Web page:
Plan to recruit better teachers with cash incentives
Plans to attract higher-quality recruits into teaching in England have been set out by the government.
Tougher rules to enter teacher training are to be introduced, including limits on the number of re-takes for tests in numeracy and literacy.
There will also be bursaries of up to £20,000 to attract students with first-class degrees in priority subjects.
"We need to attract the best people to train to teach," said Education Secretary Michael Gove.
"We have some excellent teachers in this country, but many who could make a huge difference in the lives of children choose other professions," he said.
But head teachers' leader Russell Hobby said you would not attract top candidates by cutting teachers' pensions.
"Worrying about entry tests is somewhat ironic in the face of the largest threat to teachers' terms and conditions in decades," said Mr Hobby, head of the National Association of Head Teachers.
The education secretary has said persuading the most talented students to enter the teaching profession is an important part of raising standards - high-achieving school systems such as Finland and South Korea recruit teachers from the top 5% to 10% of graduates.
As such Mr Gove wants a recruitment system in England that encourages applications from high-achieving students.
For trainees entering in 2012 there are proposals for financial incentives on a sliding scale of between £20,000 and £4,000 for a one-year postgraduate course.
The highest bursaries of £20,000 will be for students with first-class degrees who would teach physics, maths and chemistry in secondary school.
In medium-priority subjects, such as modern languages, students with a first-class degree would receive £13,000. For primary or other secondary subjects, they would receive £9,000.
A modern-languages trainee with a 2:1 degree would receive £10,000. A trainee teacher for primary school would receive £5,000 with a 2:1 or £4,000 with a 2:2.
This is against a background in which teacher-training students will be paying higher tuition fees of up to £9,000 per year.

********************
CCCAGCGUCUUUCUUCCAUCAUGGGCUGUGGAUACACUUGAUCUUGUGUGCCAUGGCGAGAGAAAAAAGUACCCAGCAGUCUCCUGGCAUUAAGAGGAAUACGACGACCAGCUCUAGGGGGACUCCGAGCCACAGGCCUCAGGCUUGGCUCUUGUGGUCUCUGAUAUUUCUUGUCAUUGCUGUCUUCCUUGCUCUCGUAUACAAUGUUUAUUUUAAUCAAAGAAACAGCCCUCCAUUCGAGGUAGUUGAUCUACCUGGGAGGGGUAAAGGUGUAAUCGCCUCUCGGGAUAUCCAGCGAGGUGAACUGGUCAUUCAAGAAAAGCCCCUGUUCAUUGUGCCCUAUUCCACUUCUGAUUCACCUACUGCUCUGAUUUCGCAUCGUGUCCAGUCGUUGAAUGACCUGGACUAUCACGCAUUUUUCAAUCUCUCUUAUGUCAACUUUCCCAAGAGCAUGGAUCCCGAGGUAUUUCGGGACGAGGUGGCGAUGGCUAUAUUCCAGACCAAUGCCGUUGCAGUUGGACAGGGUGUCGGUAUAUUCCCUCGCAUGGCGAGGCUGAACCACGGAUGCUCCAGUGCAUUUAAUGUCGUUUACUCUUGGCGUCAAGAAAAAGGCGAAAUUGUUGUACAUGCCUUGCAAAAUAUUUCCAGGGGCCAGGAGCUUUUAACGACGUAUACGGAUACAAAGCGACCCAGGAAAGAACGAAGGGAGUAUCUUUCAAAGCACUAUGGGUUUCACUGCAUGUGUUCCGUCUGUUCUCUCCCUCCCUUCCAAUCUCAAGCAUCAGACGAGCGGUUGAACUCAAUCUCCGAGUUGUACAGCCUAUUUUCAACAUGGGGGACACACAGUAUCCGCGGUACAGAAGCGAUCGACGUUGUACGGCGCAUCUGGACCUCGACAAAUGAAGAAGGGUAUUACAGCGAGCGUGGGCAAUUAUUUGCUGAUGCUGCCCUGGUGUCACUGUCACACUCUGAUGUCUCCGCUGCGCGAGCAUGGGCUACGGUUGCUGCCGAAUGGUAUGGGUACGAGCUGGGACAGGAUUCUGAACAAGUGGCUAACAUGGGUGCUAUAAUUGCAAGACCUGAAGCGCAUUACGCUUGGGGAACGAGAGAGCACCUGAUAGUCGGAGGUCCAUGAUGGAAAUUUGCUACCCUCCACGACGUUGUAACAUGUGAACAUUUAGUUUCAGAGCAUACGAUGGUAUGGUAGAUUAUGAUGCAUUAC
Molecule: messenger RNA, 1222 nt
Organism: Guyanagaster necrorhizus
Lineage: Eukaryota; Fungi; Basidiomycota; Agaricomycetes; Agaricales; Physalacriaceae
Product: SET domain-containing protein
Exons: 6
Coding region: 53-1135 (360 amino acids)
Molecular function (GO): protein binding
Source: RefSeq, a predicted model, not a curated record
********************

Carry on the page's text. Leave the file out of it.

There will also be a fund to protect teacher-training courses, which might no longer be financially viable under the changes in higher education funding.
There will not be any bar on teachers with third-class degrees - but they will not have government funding.
There will also be an attempt to filter out weaker candidates by only allowing teacher-training applicants to fail numeracy and literacy tests three times.
At present students are allowed to take unlimited re-sits while they train.
The numeracy tests include graphs and tables, as well as mental arithmetic questions using percentages and fractions.
There will also be an emphasis on teacher training in schools, with outstanding schools or groups of schools being designated as Teaching Schools, where trainees can learn at first hand.
The first wave of 100 such Teaching Schools are expected to be running in the autumn.
NAHT leader Russell Hobby agreed that there should be high standards for those entering teacher training.
But he warned against putting too much emphasis on high degree grades.
"We should not fall into the trap of thinking that academic excellence necessarily makes someone a great teacher.
"We want smart people, but we also want visionary, caring, energetic, creative and thoughtful people. The proposals neglect inter-personal skills. And they implicitly neglect primary and early years," said Mr Hobby.
Pam Tatlow, chief executive of the Million+ group of new universities, which includes teacher training institutions, questioned the link between degree grade and teaching ability.
"A first-class honours degree is not in itself a passport to becoming an effective teacher.
"It is also difficult to see how this will broaden the profile of those becoming teachers."